Vinh Moc, a primitive village opposite Con Co Island in the South China Sea where supplies were landed from China, was so heavily bombed that the Vietnamese rebuilt it underground. For years, up to 1200 lived in 4 1/2 foot tunnels. Women and children were never allowed out. They were safe from ordinary bombs but dreaded the drilling bomb. Fortunately, the only direct hit was a dud, but I could still see its remains in a side tunnel when I took the 30-minute, flashlight tour guided by Nguyen Quang Chuc, a slight gentleman who lived in the tunnels when he was a child. The land above is littered with bomb craters.

Because of this side trip, I arrived in Dong Ha after dark and couldn't find the hotel. But, on asking some kids where it was, they said "Oh, we'll show you" and led me there. I had the only bike with a light.

At Da Nang, the Ho Chi Minh Trail group, now expanded to thirteen as some of the roadies decided to join in, left the road group and headed inland on Highway 14, part of the Trail during the war. The first few miles are paved; but, after crossing a river, it turns to rocks, mud, and puddles.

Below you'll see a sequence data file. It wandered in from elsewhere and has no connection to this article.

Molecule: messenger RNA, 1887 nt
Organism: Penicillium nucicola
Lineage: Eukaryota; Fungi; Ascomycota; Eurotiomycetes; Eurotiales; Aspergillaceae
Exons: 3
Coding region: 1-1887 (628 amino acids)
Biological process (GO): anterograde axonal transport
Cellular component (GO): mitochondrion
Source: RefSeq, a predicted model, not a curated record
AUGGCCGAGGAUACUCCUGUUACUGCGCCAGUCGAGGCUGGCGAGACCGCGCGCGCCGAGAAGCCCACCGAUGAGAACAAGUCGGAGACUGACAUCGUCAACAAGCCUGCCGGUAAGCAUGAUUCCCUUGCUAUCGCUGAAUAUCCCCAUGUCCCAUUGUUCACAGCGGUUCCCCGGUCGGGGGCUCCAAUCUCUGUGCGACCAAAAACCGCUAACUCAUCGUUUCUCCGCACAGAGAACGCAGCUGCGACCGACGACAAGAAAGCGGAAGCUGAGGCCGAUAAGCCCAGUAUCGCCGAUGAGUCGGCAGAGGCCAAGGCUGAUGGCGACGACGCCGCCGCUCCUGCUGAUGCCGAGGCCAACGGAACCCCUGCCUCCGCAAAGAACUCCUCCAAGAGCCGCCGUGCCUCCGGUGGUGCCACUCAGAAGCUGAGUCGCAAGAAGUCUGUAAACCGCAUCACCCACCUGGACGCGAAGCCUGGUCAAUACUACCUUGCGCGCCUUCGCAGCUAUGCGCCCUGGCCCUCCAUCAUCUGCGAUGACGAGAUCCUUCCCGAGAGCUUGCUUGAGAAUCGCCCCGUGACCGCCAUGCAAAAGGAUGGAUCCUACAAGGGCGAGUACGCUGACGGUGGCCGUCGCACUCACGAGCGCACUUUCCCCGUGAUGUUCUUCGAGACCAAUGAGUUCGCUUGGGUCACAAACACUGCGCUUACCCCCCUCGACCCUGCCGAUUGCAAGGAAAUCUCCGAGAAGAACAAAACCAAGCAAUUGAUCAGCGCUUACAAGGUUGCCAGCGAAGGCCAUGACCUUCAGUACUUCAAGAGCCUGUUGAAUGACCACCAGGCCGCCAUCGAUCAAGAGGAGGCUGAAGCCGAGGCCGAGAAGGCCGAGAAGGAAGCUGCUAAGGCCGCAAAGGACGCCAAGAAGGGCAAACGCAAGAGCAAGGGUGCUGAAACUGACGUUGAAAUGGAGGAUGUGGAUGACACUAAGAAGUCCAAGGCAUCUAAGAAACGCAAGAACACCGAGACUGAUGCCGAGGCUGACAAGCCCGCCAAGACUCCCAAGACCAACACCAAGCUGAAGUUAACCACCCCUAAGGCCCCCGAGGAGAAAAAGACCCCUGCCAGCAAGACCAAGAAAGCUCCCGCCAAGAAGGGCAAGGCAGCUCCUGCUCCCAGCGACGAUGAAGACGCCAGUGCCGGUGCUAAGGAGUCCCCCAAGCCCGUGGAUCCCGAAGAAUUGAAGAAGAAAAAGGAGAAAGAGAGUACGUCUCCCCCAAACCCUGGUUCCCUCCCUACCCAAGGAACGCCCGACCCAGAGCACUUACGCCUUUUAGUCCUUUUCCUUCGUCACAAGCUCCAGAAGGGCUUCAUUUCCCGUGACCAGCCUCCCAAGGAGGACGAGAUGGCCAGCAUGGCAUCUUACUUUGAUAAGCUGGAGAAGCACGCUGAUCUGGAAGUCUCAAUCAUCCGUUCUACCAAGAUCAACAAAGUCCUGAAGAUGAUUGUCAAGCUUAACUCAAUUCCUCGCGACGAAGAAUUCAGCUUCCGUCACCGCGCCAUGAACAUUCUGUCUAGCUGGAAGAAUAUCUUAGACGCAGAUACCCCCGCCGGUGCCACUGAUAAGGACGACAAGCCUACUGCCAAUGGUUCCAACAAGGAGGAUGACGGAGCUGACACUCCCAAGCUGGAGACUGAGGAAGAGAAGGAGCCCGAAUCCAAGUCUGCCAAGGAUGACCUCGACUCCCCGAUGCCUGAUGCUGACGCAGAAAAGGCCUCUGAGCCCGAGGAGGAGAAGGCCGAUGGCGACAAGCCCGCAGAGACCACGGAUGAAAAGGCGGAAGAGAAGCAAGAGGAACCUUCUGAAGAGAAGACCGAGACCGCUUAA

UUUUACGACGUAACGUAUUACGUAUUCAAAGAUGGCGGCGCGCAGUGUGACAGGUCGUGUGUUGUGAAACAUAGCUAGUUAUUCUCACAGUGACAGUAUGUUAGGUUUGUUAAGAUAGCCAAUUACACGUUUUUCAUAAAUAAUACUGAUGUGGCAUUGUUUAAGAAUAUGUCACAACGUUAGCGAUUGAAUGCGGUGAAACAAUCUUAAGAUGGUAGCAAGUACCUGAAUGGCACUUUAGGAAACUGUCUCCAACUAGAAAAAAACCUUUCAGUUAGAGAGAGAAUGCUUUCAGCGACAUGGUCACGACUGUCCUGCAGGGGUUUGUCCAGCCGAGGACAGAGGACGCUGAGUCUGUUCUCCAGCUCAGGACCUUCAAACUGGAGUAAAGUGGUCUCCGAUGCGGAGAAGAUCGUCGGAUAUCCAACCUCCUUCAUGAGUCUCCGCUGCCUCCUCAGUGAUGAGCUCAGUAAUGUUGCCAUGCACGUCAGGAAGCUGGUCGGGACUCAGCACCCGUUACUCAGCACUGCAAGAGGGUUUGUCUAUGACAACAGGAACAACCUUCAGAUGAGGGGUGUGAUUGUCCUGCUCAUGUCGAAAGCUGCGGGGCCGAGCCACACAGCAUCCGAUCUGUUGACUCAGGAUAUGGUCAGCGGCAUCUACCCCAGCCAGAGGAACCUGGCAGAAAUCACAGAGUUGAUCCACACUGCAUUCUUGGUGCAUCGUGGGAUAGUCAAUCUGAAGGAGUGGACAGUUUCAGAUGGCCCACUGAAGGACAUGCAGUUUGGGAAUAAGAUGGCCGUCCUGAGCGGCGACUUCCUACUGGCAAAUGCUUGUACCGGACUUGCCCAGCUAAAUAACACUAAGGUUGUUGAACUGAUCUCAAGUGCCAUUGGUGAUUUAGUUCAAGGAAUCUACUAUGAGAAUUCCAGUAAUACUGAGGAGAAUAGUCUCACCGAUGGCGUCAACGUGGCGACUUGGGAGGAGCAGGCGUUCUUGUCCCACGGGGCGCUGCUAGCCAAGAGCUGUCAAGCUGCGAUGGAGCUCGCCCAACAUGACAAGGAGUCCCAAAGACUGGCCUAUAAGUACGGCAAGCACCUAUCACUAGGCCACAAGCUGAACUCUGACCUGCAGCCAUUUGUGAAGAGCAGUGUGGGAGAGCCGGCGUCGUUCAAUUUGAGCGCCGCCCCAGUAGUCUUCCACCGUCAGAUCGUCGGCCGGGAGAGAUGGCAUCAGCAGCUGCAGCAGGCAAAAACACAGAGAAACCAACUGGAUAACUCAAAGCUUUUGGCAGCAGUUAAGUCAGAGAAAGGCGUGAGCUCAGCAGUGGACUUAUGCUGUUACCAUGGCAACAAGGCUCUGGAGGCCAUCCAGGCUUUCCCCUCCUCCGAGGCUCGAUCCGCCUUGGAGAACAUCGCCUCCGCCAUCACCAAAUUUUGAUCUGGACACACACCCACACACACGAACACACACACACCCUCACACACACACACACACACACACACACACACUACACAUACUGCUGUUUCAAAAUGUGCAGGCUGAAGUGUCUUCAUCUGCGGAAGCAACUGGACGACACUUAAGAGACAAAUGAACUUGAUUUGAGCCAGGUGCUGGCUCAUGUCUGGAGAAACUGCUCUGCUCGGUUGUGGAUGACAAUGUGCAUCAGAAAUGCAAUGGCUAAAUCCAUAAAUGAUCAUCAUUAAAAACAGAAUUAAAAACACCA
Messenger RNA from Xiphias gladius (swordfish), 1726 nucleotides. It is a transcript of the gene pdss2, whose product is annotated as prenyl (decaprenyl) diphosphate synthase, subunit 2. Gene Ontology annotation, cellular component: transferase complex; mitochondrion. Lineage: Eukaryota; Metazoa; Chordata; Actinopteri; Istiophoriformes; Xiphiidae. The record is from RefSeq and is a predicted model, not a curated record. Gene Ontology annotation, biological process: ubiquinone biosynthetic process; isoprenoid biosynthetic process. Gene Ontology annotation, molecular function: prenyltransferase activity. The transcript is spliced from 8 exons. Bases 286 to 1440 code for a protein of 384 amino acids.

This proved to be the hardest riding of the trip. There was always the choice: the rocks or the puddle. At first, not knowing the depths, puddles were taken slowly; but, before long, it was charge right through. Fortunately, I had no problems, even though I was riding slick Fat Boy tires.

After about a mile of rocks, two riders on Bike Fridays had enough because their drive trains were constantly bottoming. This type of bicycle, while easy to travel with and OK on paved road, proved unsuitable here. This left eleven hardy souls to continue along with two land cruisers and a truck for gear.

That afternoon I had my only uncomfortable experience. Some drunken teenagers, celebrating Tet, grabbed me and tried to get me to drink with them. Fortunately, I was able to convince them to let me go.